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Italy preparing to take controlling stake in Monte dei Paschi: sources
[ROME] Italy is preparing to take a 2 billion-euro (S$3.03 billion) controlling stake in Monte dei Paschi di Siena as the bank's hopes of a private funding rescue fade following Prime Minister Matteo Renzi's decision to quit, two sources close to the matter said on Tuesday.
The government is already the ailing bank's single largest shareholder with a four per cent share, but is planning to buy junior bonds held by ordinary Italians to take the stake up to 40 per cent, the sources said.
This would make it by far the biggest shareholder, meaning the Treasury would be able to control Italy's third biggest bank and its shareholder meetings.
The sources said a government decree authorising the deal, which would see the state buy the subordinated bonds from retail investors and convert them into shares, could be rushed through as early as this weekend.
Monte dei Paschi must raise 5 billion euros (S$7.6 billion) by the end of this month to avoid being wound down, but private investors are reluctant to provide cash after Mr Renzi lost a referendum on Sunday and announced plans to resign.
The bank is set to raise 1 billion euros from a bond swap with institutional investors and Rome is hoping the 2 billion euros participation from the government could help persuade private investors to fill the 2 billion euros gap.
"It's a de-facto nationalisation with a strong presence by the state that can attract other investors and allow the transaction to be completed," said one of the sources, speaking on condition of anonymity.
The Treasury and Monte dei Paschi declined to comment.
Mr Renzi is expected to leave office in days and could be replaced by his economy minister or another leading politician. But an early election might be held next year, raising investor fears that a maverick, anti-euro party could take power.
Italy's treasury would buy the bonds held by around 40,000 retail investors at face value, the sources said.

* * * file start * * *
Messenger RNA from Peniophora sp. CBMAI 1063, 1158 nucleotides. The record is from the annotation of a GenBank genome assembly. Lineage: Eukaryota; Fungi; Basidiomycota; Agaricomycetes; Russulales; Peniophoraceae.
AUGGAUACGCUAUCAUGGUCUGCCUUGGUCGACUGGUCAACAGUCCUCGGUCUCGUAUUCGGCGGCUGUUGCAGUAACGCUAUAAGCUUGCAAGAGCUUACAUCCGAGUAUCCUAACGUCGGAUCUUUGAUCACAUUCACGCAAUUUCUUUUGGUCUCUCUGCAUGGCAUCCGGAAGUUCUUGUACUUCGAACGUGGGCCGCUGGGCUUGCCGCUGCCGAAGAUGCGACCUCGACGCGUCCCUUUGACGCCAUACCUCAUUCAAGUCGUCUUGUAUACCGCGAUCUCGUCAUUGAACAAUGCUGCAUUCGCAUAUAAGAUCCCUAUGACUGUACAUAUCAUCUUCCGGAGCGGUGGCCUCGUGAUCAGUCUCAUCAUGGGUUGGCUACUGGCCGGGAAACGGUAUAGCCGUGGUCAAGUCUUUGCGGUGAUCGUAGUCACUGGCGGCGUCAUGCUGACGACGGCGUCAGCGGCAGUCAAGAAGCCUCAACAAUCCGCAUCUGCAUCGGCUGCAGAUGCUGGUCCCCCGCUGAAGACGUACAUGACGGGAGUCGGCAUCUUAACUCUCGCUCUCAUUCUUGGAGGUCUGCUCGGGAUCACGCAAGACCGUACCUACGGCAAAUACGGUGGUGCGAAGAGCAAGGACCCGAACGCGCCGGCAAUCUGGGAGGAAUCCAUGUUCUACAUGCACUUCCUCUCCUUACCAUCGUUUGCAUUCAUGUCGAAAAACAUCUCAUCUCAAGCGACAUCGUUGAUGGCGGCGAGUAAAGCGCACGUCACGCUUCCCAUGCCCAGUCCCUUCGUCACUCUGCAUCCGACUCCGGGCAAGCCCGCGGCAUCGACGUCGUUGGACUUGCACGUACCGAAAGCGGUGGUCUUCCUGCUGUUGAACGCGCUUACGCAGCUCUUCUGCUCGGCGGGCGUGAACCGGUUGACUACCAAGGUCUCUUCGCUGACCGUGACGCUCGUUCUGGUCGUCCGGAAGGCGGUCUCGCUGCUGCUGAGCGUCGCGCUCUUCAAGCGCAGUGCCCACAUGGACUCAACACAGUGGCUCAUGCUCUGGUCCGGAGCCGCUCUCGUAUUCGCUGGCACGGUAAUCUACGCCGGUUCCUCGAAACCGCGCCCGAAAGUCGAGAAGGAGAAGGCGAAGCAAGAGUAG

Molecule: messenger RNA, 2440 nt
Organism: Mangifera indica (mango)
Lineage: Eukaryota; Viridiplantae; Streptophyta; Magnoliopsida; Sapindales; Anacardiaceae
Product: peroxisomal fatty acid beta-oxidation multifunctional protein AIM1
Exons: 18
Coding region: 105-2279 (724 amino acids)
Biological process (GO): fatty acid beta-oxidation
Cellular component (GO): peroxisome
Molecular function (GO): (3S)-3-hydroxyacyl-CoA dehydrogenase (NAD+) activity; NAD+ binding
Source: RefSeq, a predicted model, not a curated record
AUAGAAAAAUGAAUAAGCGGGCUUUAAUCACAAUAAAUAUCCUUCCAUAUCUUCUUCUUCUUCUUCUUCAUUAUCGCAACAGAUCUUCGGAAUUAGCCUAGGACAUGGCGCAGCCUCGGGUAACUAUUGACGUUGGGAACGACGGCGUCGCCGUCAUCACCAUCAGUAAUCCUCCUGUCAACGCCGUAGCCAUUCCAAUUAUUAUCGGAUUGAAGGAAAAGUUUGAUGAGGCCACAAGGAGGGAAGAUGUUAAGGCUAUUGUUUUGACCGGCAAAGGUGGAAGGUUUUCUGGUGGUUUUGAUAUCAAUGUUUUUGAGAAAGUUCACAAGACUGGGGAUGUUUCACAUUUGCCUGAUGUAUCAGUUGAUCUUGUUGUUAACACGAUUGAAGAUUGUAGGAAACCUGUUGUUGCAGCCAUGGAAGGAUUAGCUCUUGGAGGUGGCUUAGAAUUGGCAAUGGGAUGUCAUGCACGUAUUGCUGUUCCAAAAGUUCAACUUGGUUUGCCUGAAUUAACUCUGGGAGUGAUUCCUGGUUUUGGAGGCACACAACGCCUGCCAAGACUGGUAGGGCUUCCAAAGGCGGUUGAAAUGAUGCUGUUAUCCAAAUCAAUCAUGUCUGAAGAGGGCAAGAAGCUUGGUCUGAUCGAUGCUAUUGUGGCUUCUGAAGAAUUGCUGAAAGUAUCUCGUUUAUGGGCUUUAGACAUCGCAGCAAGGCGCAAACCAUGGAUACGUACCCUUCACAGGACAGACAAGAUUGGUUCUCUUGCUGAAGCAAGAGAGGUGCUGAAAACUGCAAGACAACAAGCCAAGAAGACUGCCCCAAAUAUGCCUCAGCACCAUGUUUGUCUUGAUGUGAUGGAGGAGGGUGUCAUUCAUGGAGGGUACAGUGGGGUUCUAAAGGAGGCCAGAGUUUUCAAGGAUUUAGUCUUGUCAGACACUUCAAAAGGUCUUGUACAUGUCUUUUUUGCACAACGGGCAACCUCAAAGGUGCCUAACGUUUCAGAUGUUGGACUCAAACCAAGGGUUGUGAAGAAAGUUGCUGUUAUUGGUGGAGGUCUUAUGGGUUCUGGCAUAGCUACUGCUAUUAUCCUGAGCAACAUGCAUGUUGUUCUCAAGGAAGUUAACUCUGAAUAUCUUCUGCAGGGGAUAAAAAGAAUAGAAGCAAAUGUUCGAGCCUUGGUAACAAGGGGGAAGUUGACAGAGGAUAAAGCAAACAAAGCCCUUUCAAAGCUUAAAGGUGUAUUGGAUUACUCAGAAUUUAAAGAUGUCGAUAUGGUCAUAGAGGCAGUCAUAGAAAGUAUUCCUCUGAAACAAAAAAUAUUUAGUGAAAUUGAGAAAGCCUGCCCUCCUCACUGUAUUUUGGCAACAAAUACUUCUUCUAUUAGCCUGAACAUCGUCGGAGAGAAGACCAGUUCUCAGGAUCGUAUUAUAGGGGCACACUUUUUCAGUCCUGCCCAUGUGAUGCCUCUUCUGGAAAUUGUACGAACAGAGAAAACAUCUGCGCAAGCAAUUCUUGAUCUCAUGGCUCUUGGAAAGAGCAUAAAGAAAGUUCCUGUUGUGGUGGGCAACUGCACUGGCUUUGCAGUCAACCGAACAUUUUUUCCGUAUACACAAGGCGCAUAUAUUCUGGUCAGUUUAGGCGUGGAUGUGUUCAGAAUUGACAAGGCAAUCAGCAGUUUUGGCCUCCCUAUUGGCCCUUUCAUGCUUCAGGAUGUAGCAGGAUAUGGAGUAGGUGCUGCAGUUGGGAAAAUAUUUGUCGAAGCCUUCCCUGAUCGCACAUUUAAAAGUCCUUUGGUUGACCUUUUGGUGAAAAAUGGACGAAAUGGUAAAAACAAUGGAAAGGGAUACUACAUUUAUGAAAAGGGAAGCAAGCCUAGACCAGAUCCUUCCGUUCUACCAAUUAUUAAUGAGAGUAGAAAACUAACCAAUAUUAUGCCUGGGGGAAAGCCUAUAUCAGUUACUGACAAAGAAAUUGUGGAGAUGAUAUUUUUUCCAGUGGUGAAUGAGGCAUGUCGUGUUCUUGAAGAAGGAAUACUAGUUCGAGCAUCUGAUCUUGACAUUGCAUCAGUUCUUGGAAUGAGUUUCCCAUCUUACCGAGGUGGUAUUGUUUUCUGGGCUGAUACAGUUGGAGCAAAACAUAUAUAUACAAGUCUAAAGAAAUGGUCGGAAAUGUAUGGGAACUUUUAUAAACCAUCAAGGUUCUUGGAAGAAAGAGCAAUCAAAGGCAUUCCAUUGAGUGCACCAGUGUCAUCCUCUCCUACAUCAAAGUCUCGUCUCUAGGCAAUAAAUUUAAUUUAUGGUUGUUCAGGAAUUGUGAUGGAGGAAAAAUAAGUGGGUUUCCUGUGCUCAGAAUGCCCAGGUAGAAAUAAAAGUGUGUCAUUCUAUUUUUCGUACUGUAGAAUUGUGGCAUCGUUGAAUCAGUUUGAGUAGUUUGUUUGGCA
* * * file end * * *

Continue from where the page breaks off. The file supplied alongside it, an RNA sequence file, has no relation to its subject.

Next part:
That way, the government would ensure retail investors do not suffer any losses in the bank's bailout, making it politically more palatable and staving off the risk of a run on deposits that could trigger a wider banking crisis.
The European Commission would need to assess whether the government's intervention is taking place at market prices or if it constitutes state aid, another source said.
Monte dei Paschi, rated the weakest lender in European stress tests this summer, had planned to arrange a private rescue, starting with a firm commitment from one or more anchor investors and then launching a share sale this week.
However, investment banks lined up to underwrite that plan, led by JPMorgan and Mediobanca, have in effect put the deal on hold due to political uncertainty.
One source said they would make a decision by Friday but that the chances of the privately backed deal going ahead as planned were now slim.
A source close to Qatar's cash-rich sovereign wealth fund said it could inject 1.4 billion euros in the bank but wanted to wait to see what kind of government would succeed Mr Renzi. Other sources were more cautious on Qatar's willingness to back the deal.
Italy's head of state on Monday asked Mr Renzi to put his resignation on hold until the 2017 budget is approved by parliament, which is expected to happen on Wednesday.
The bank's chief executive, Marco Morelli, held talks with European Central Bank officials in Frankfurt on Tuesday to review its options. A meeting of the bank's board is likely to take place on Wednesday.